Do You Have TMJ Pain?

By Dr. George Georgaklis. Originally published in San Diego Chiropractic Journal.

Cervical Myospasms as an Etiological Factor in the Development of Temporomandibular Joint Dysfunction

tmj-flowchartWhen presented with the task of identifying the etiological factors responsible for the development of a TMJ disorder or myofascial pain, the primary goal of the practitioner has traditionally focused on identifying an abnormality or discrepancy in the functioning of the occlusal system. Little or no attention has usually

been directed at identifying patterns of abnormal muscle function in the neck, in spite of the fact that abnormal cervical muscle functions are known to contribute to, or actually cause a temporomandibular joint dysfunction or myofascial pain syndrome.

While all patients with cervical myopathy do not exhibit temporomandibular joint or myofascial pain dysfunction syndromes, it is essential for the practitioner to appreciate the fact that the potential for the development of such dysfunctions in these patients is always greater than in those patients with normal cervical muscle function.

The following diagrammatic outline will illustrate the manner by which spasm in the cervical musculature can directly cause a pathological occlusal relationship, which can in turn cause the development of a TMJ disorder or myofascial pain dysfunction syndrome.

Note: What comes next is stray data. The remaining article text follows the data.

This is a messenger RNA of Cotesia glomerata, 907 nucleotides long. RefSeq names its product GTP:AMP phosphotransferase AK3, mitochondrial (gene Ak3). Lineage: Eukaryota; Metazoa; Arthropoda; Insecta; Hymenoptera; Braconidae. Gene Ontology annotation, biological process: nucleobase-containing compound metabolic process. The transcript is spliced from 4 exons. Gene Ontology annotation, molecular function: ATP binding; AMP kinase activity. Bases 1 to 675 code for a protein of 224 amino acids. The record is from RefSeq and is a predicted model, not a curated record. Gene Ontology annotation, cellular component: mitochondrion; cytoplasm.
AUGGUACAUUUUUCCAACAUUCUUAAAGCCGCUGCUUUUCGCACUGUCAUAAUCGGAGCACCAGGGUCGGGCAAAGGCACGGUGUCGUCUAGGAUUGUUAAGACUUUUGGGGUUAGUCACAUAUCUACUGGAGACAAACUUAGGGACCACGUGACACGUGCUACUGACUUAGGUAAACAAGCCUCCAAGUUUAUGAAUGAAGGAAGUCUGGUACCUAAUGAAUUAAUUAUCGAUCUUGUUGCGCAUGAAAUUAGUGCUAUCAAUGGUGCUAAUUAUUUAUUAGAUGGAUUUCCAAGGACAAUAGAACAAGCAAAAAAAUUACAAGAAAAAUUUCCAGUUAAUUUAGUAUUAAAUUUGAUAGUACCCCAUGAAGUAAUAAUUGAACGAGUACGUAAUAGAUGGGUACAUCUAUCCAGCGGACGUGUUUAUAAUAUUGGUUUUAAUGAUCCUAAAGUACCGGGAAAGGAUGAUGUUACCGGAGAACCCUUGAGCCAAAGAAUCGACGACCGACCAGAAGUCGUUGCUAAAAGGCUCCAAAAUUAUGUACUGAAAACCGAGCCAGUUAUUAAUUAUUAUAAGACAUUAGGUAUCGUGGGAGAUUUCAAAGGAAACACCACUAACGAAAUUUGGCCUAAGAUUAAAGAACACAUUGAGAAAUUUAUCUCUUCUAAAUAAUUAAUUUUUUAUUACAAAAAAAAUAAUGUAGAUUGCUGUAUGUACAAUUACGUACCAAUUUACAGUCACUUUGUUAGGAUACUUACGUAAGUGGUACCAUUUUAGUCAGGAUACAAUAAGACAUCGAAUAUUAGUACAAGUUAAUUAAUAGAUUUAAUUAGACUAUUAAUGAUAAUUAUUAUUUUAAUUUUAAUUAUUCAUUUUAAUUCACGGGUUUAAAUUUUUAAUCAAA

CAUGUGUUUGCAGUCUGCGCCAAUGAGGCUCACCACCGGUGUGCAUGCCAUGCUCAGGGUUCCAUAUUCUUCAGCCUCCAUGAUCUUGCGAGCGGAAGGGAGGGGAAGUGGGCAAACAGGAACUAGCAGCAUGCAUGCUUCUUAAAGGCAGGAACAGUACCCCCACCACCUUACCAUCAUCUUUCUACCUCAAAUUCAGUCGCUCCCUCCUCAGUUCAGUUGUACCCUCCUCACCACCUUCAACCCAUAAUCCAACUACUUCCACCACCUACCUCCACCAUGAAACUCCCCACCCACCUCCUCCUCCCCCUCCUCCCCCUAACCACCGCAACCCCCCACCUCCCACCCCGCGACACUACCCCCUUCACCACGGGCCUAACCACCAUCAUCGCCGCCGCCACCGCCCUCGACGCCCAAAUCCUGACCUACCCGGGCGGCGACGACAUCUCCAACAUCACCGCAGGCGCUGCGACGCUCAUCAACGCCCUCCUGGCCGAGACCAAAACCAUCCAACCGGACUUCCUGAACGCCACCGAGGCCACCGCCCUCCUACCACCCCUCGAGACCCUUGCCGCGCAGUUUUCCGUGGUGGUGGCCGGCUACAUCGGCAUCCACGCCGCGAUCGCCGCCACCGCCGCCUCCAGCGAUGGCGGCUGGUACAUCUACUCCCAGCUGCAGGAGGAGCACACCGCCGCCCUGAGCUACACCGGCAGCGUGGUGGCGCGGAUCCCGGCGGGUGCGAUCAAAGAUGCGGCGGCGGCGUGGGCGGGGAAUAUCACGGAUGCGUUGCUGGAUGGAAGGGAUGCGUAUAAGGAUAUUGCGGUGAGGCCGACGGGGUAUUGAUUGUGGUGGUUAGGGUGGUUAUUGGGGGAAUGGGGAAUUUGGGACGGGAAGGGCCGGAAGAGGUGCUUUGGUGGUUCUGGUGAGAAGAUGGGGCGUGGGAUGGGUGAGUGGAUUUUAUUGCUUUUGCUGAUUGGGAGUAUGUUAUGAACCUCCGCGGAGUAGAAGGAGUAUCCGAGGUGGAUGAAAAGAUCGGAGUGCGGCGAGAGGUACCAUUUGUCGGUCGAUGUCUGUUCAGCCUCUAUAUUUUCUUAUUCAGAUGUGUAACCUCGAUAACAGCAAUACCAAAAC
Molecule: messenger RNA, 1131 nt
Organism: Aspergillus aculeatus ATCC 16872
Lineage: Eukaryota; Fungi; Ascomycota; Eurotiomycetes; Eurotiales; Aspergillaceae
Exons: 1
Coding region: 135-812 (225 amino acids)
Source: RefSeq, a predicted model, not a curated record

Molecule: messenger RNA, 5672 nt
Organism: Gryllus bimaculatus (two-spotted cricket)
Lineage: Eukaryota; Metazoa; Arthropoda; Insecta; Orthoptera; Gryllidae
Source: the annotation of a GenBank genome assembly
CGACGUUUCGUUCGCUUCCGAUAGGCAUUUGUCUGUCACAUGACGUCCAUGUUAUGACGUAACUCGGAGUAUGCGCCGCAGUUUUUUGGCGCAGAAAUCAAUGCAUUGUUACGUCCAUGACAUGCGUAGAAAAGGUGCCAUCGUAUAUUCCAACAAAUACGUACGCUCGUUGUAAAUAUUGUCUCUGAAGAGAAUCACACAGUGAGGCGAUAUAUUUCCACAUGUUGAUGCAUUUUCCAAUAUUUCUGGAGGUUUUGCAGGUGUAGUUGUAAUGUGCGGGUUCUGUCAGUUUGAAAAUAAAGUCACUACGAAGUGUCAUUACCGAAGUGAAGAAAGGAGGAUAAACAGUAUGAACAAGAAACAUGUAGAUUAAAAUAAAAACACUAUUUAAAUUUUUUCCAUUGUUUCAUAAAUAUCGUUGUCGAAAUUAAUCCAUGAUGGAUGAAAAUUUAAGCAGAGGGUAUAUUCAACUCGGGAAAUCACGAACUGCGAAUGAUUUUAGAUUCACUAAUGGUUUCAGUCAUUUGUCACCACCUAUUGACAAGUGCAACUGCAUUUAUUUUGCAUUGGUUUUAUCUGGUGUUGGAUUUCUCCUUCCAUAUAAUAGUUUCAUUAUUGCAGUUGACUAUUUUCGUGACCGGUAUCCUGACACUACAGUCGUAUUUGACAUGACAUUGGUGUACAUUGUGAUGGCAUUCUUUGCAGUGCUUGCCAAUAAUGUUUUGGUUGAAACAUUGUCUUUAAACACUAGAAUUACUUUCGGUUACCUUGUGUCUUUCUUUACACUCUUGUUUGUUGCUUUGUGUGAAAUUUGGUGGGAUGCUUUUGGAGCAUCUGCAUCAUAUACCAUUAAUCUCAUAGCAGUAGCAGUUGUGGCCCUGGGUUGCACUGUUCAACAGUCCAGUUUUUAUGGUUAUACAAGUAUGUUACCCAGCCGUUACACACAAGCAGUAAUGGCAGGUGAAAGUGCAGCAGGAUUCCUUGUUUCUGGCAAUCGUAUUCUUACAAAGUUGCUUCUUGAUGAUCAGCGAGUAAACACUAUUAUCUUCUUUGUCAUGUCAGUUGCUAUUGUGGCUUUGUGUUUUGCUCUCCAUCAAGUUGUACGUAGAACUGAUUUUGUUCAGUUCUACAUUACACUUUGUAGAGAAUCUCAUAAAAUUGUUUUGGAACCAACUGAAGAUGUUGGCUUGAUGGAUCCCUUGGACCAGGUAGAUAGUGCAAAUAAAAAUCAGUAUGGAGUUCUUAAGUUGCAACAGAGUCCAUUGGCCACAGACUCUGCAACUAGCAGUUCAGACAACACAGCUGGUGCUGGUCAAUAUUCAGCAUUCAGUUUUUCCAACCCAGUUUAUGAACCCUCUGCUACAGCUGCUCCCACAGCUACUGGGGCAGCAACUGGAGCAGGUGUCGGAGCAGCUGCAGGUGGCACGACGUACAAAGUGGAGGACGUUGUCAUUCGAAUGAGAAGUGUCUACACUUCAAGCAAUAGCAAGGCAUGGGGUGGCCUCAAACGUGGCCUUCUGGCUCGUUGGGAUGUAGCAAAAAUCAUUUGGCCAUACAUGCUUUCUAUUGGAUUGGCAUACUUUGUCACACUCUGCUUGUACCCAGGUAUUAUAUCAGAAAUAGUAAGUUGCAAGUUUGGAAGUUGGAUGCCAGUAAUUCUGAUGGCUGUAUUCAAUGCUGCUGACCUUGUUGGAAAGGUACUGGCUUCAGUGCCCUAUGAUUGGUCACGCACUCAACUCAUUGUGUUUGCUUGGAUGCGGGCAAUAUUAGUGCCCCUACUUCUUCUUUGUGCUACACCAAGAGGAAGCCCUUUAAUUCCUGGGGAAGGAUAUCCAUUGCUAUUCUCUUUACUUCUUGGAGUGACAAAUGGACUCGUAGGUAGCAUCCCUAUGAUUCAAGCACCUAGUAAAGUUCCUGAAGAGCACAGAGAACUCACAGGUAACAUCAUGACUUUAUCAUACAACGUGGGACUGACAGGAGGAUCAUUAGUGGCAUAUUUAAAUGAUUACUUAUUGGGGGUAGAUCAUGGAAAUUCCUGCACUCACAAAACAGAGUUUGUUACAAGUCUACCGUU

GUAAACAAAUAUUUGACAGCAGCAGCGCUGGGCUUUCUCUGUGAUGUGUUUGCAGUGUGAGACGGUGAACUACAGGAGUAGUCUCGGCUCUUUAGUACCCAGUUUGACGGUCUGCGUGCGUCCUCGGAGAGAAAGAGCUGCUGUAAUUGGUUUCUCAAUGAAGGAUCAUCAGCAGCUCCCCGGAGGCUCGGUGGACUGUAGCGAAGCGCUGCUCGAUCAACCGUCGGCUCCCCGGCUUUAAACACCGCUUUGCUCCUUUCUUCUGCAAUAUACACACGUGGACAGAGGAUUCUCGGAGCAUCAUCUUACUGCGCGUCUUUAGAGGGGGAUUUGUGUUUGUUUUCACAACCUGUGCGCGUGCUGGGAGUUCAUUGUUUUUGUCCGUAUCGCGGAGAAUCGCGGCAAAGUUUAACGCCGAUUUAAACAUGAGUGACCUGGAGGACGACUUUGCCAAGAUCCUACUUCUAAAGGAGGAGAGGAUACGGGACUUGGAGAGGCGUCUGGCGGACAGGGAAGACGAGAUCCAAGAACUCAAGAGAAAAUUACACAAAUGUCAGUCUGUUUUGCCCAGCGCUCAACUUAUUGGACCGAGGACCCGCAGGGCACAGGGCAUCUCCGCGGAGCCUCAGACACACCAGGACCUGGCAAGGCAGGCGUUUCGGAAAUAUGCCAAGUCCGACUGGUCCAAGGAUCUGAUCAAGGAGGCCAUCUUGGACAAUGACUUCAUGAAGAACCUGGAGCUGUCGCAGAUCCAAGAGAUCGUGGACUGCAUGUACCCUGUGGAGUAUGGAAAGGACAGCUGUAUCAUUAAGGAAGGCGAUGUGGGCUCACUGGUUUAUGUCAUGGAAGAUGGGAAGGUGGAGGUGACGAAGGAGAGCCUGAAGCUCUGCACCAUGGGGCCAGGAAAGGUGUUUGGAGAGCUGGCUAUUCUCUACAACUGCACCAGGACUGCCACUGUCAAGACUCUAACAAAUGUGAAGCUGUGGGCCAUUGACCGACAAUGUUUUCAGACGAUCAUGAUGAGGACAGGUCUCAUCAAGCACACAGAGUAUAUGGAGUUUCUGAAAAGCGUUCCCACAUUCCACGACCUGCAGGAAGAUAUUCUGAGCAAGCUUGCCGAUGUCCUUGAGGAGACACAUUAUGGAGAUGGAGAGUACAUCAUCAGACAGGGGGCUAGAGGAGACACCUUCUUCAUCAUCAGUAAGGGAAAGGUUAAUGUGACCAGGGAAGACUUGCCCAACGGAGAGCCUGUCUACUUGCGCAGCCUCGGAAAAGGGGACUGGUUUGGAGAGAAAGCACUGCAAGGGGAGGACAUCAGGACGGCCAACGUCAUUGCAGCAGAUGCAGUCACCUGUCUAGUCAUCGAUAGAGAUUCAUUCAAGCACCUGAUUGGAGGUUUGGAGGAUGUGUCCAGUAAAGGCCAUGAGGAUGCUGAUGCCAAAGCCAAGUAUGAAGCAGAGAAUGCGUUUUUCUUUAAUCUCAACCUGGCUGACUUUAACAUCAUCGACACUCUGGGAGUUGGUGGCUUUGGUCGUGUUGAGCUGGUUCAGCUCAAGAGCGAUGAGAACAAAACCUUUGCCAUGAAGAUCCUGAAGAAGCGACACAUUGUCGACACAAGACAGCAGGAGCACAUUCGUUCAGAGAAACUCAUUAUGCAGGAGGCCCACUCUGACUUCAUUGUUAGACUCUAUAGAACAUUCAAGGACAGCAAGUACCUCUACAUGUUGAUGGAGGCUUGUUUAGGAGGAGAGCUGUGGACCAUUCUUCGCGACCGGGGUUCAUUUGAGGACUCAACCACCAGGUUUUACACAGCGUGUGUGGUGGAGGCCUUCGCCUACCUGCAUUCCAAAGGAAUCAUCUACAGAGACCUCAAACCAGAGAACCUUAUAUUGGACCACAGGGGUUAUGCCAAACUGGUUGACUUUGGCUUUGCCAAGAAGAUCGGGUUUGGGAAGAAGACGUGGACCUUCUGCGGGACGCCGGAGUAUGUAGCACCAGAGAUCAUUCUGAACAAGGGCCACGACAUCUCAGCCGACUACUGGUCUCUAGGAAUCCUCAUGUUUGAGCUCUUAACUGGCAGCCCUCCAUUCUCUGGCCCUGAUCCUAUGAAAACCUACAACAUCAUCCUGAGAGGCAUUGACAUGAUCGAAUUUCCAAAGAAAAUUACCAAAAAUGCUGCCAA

Mechanoreceptors located in the upper cervical spine and the mandible are extremely sensitive to even slight changes in the normal posture of the head, neck and mandible. By sensing, and reflexively correcting deviations from the normal postural relationships in these structures, the mechanoreceptors serve to maintain a physiologically stable relationship of the cranium to the spine.

Dysfunctions of the cervical musculature can result in the presence of both local and referred musculoskeletal symptoms.


1. Decreased range of motion
2. Muscle Stiffness and/or tightness
3. Pharyngeal pain and/or tightness
4. Abnormal swallowing patterns (from a loss of normal cervical curvature)


1. Pain in the arm and hand (resulting from nerve irritation, compression, or entrapment in the region of D4 to C7)
2. Pain in the supraorbital region and the angle of the mandible (resulting from nerve irritation, compression, entrapment from C1 to C3)

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